Tackling the digital divide, continuing to build a robust ICT infrastructure, promoting sustainability, innovation, education, and entrepreneurship will be critical for maximizing the role of technology in boosting resilience and inclusive growth in Africa. By achieving that, Africa will experience a paradigm shift on all levels with new game-changers as e-health, e-government and e-education; the African society will accelerate into a much more economically advanced continent. However, this kind of collaboration between the different stakeholders in the ecosystem becomes even more important than ever to achieve this vision.

For example, our commitment to Africa and Madagascar shines through thanks to our ongoing collaboration and work with the African Telecommunications Union (ATU). Ericsson believes that spectrum is a vital component to the ambitions we’ve outlined. As recently as April, our work with the ATU allowed us to publish a series of recommendations to enable governments and regulators across Africa to accelerate Information and Communications Technology (ICT) and next-generation connectivity.

Whether it is awarding radio spectrum in a timely, predictable and cost-effective fashion to support affordable, high-quality delivery of ICT services and spur smart technology initiatives, licensing that is technology neutral and allows for service innovations, or countries enabling spectrum sharing by giving licensees the right to share spectrum voluntarily through means such as trading and national roaming agreements – these recommendations and our work with the ATU is aimed at helping to propel Africa forwards with its plans for an innovative and digitalized future.

At Ericsson and Telma Madagascar, we are convinced that high-speed mobile connectivity like 5G will be instrumental in providing a stable platform for innovation and economic growth, not least when we factor in the big potential that is still untapped by unlocking ecosystems and digitalizing a wide range of industry verticals such as the health sector, energy and utilities, transportation, and the agriculture sector.

Of course, the COVID-19 pandemic has shone a light on transformation. Communications Service Providers (CSPs) like Telma Madagascar have been at the forefront of pioneering the implementation and adoption of 5G. Coupled with the increasing amount of businesses going digital, we are seeing numerous services now possible with a new wave of software-platformed, communications-intensive technologies.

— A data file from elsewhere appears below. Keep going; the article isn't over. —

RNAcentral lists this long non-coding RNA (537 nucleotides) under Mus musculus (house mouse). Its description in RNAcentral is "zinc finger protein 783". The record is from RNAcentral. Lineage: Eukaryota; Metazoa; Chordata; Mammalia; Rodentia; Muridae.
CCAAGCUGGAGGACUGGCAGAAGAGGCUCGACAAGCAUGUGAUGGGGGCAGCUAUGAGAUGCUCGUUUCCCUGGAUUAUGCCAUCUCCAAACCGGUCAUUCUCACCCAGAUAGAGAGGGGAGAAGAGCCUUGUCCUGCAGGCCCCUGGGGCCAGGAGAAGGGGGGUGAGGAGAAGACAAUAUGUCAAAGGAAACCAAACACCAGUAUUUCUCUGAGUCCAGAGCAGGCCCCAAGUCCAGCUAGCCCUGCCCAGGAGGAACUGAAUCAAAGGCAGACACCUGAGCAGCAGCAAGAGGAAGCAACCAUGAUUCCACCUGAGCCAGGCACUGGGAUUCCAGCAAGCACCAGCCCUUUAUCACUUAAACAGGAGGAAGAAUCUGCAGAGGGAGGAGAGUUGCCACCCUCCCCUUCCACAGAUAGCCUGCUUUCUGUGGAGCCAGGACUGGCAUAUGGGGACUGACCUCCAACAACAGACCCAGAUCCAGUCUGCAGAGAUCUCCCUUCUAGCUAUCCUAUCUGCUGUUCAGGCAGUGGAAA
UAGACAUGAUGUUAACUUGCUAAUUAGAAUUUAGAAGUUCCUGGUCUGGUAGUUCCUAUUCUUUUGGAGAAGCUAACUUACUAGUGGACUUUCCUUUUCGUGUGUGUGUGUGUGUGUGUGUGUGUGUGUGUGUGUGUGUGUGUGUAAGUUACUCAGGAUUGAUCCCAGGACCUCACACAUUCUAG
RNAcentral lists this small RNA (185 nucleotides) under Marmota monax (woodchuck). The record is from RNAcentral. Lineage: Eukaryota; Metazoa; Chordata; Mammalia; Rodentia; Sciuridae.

Networks are now capable of the agility businesses crave to enable the introduction of new services and capabilities more quickly and economically. Networks can now serve enterprises as well as dispersed devices and sensors on the Edge that interconnect and distribute computing and storage capacity across the network in the Internet of Things.

The learning from the introduction of 4G indicates that early adopters of 5G technology are likely to enjoy industry leadership, just as the early adopters of 4G did. Investments in 5G infrastructure is an incredible opportunity for governments in Africa and we believe that it will have a massive impact on economies. The benefits of 5G investments will be experienced both by today’s workforce and by the workforce of the future, as we estimate that by 2030 two-thirds of the global workforce will use the 5G platform.

Partnerships like Ericsson’s and Telma Madagascar’s will continue to increase awareness among governments, large organizations, SMEs about the societal and economic benefits of the digital platform and specifically 5G. 5G was made for innovation, transformation and economic growth and the time is now.